Contesting the new city centre
The Indoor Market in particular has suffered a multitude of problems, including poor drainage, badly-constructed counters and fittings and poor lighting (traders have had to pay for and install their own lighting so that they can work properly). In 2013, Birmingham City Council said it would keep outdoor markets where they were and make improvement – however, some traders have been unsatisfied with the work done and again have had to organise and pay for their own improvements. Some feel that the management of the markets has been ‘death by a thousand cuts’.
There are over 600 businesses in the three markets, and each market has its own trader committee, of which one– Friends of Bullring Markets – has challenged and opposed many actions by Birmingham City Council and Developers. The wholesale and retail traders lack common cause, in that their business models and trading hours are different. However, retail traders in the Open Market rely on Wholesale traders to purchase and help them move produce easily. The relocation of the Wholesale Market will be catastrophic for many of these small businesses.
Who owns Birmingham and how far does their power extend? As traders (and many other urban campaigners) have discovered, it’s not always easy to find out. The developer, Hammerson, owns the Indoor Market, and probably the Rag market too. Hammerson get first option on building on the indoor and Rag Market and the land around it. This means central Birmingham is ‘locked in’ to a particular form of private development, as publicly-owned and managed retail space shrinks. As well as the removal of the bus stops, the planning and design of the new shopping centre has hindered trading. There is a physical block to people accessing markets from Bullring – the poorly-designed steps and fountain and the ‘buffer zone’ of Edgebaston Street, where Hammerson stipulated that there could be no outdoor trading next to the Rag Market. In the end traders just moved out there anyway and nobody noticed. Today, outdoor trading on Edgebaston Street brings sociability and colour, as well as a livelihood for traders. It’s a marked contrast to the service entrances to the big chain shops in the Bullring Centre on the other side of the street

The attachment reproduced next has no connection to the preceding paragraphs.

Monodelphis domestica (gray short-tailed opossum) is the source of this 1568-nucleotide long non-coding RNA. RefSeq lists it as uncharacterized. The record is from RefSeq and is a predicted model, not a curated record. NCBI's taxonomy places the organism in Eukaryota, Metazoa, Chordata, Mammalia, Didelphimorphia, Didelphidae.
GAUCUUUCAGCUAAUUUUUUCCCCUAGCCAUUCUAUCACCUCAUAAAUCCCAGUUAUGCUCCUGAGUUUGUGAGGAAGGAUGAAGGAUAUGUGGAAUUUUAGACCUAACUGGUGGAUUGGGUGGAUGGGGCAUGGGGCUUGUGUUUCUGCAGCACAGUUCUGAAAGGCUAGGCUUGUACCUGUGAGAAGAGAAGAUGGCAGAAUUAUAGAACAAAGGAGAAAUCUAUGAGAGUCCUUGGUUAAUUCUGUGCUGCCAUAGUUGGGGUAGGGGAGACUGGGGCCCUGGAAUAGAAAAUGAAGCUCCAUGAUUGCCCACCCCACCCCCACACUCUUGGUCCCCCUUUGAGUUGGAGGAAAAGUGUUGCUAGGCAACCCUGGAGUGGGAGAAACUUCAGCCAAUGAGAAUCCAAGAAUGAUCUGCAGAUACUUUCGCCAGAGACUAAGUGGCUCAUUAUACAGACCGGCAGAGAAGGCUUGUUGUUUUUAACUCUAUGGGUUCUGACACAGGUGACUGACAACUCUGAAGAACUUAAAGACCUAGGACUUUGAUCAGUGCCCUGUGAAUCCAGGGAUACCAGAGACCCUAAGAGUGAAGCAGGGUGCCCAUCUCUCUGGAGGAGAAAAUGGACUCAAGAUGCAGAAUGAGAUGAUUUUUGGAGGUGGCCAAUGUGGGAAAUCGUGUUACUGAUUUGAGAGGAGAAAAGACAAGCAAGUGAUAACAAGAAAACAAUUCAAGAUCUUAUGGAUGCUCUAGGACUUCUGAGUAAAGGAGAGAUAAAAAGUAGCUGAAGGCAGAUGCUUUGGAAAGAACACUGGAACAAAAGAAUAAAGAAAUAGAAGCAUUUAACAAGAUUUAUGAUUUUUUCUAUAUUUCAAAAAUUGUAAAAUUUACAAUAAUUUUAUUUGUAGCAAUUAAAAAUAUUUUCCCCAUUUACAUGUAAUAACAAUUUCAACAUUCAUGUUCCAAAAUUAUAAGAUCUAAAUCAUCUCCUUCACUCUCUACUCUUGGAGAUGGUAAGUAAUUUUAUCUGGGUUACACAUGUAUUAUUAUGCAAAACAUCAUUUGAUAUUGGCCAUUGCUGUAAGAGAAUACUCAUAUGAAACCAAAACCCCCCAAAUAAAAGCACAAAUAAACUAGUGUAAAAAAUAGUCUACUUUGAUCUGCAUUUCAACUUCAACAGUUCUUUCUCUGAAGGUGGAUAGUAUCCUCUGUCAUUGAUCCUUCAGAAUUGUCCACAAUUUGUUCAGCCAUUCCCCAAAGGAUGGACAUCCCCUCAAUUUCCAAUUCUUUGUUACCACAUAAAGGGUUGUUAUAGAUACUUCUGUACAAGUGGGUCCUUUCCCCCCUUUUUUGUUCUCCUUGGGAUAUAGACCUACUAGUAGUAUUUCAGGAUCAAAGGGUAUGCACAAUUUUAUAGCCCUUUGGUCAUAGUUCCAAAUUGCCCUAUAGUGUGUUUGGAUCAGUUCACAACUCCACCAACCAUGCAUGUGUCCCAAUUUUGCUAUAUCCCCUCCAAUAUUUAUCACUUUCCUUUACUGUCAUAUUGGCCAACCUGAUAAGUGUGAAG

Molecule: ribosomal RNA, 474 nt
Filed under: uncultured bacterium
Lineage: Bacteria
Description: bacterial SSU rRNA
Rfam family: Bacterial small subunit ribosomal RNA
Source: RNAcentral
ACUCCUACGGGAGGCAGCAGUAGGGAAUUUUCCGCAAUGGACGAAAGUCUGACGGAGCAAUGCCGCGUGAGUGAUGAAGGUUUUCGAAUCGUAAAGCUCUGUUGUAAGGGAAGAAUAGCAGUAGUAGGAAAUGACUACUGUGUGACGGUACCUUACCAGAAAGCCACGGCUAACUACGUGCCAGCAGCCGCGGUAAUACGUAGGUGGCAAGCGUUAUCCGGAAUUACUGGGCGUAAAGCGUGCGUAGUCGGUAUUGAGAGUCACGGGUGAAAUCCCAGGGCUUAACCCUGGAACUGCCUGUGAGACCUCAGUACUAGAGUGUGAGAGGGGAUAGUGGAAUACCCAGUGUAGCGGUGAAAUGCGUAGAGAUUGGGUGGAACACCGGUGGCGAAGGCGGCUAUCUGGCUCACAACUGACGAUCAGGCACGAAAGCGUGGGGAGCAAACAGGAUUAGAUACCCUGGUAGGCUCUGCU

Friends of Bullring Market and their supporters have had small victories for the markets, often by using the threat of legal action (usually judicial review) to force concessions from the council. This is hard work and it looks like the Big City plan will bring more battles.
Ultimately, the Birmingham markets picture is a complex one, but also tells a clear story about the way city centre retail, employment, transport and housing is actively changed by public and private actors working together to create a particular version of a city. We will add information about the Birmingham situation on our ‘campaigns’ page as we get it.